all-glass-and-upholstery-classic-carIn 1980, an ounce of gold was worth about $500. Today, an ounce of gold sells for just under $1,800. Compare that appreciation with these five restored cars sold in 1980:

  • Ferarri Dino 246GT – cost under $15K, now worth approximately $240K
  • Ferarri 365 TB/4 Daytona – sold for $32K, now worth about $400K
  • Aston Martin DB5 Saloon – cost less than $16K, now worth more than $480K
  • Porsche 911 Carrera RS 2.7 – sold for $15K, now worth $320K
  • Mercedes-Benz 300SL Gullwing – sold for about $40K, now worth as much as $800K

With profits of ten or twenty times the original price, this seems like a good investment, although the classic car market can be fickle. Most serious car collectors like Jay Leno or Ralph Lauren, who each have millions invested in classic automobiles, will tell you they’re not in it as a for-profit investment. They do it because they love cars and can afford to indulge in this form of “passion investment.”

Buying a classic car can be a tricky business, so it’s important to do one’s homework and know what to look for. If buying for investment purposes, it’s important to consider all expense factors beyond initial price, including insurance, maintenance and storage. Classic cars that have all original equipment are more valuable than those that have been modified, although finding parts for older cars can sometimes be difficult. This is especially true for rare vehicles that had limited production runs.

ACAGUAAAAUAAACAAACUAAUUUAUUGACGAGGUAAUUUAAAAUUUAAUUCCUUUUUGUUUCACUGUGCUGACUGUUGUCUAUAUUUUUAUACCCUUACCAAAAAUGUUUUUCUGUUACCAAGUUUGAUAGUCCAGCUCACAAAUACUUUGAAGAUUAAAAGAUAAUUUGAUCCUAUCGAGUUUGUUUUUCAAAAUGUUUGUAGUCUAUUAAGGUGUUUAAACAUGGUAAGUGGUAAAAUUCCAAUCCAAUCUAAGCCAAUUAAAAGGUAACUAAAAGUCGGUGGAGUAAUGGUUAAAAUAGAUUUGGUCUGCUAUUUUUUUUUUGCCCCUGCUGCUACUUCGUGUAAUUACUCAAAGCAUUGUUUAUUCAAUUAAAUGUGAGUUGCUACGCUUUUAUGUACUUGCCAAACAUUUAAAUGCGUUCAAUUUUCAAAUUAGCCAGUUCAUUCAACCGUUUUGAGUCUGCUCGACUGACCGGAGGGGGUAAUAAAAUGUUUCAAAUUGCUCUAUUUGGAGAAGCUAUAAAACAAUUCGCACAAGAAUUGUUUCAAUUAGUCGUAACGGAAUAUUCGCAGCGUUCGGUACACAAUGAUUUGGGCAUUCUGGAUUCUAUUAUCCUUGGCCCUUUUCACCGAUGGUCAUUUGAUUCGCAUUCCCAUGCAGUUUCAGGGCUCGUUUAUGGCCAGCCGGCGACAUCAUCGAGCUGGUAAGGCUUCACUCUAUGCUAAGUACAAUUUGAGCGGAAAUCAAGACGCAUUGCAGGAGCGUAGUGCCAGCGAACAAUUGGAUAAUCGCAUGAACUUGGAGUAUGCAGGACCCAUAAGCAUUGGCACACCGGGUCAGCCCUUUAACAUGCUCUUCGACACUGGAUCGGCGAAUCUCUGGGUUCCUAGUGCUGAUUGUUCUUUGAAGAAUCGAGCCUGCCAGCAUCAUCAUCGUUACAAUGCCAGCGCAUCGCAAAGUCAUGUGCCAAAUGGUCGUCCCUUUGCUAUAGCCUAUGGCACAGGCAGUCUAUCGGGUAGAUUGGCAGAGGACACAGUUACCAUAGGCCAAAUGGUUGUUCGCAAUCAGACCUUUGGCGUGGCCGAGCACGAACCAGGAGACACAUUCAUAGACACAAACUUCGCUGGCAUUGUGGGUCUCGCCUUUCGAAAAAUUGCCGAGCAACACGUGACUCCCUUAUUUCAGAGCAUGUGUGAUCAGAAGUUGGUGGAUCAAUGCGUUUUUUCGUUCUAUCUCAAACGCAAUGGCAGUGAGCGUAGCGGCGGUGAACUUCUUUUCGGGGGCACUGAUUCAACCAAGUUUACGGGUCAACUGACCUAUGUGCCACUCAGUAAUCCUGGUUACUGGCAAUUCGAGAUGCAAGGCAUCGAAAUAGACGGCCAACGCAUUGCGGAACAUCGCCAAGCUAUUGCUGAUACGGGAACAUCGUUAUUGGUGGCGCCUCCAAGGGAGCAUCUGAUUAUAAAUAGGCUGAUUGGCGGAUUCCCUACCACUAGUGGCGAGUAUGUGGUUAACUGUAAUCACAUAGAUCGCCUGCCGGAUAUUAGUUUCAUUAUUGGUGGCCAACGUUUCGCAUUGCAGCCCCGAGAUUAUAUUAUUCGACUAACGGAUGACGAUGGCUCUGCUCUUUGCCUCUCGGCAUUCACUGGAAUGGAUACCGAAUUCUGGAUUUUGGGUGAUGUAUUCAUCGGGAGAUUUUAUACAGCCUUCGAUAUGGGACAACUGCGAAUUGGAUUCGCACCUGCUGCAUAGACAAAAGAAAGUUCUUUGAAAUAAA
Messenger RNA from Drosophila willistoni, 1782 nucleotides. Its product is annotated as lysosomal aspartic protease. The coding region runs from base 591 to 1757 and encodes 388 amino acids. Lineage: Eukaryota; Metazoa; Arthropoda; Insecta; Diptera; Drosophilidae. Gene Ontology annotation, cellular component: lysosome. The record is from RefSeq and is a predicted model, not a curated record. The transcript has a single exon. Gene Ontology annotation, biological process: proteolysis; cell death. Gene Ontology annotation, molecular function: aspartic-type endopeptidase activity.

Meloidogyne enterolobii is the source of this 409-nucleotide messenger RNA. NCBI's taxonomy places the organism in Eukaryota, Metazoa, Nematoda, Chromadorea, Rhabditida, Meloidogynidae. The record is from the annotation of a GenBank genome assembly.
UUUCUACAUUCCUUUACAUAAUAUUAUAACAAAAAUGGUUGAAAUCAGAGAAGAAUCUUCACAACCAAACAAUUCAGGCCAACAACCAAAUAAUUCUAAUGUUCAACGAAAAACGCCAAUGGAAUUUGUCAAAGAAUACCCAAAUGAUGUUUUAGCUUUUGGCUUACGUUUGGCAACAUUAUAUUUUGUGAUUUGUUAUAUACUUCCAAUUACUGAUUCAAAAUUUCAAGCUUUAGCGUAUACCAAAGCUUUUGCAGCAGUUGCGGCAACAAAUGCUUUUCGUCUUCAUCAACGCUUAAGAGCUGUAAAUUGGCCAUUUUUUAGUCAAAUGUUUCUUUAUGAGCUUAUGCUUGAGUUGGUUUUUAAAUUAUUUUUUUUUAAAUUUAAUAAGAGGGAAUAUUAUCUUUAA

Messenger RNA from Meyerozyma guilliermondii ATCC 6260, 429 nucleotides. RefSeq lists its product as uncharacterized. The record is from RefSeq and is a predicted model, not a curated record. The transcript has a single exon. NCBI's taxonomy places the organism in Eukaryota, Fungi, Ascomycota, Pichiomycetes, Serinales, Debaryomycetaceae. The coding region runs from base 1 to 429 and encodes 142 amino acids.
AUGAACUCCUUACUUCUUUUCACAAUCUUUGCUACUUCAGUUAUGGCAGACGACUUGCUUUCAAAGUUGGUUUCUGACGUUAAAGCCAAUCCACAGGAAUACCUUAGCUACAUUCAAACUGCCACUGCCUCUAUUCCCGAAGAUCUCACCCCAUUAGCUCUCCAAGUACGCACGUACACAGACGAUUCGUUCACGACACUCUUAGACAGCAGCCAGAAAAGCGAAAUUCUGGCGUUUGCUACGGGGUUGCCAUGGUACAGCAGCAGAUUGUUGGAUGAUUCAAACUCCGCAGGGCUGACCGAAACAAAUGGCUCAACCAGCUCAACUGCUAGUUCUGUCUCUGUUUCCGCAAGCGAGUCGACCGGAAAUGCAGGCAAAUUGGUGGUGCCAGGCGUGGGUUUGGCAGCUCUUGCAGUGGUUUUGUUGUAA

Classic car sales represent a three billion dollar a year industry, and there’s money to be made with the right car at the right time. A 1936 Bugatti Type 57SC Atlantic, which sold in 1971 for $59,000, was resold in 2010 for more than $30 million. Here’s a list of a few choices of affordable cars that should at least double or triple in value in the next 20 years:

    • 1960s Volvo P1800/P1800S – cost is between $10K-$15K
    • 1973 Porsche 911 GT3 RS with the 997 chassis – priced at between $100K-$130K
    • 1962-66 Jensen C-V8, one of the fastest production cars of its time, sells today for between $32K-$40K. Since only 500 were  produced, parts are difficult to find
    • 1997-1999 Bentley Turbo RT, which sells today for one-tenth of its original price. Available for between $24K-$40K.
    • 1971-73 Triumph Stag MK1 – typically priced between $8K-$16K

 

For information on how to and where to restore your classic car visit AllGlassandUpholstery.com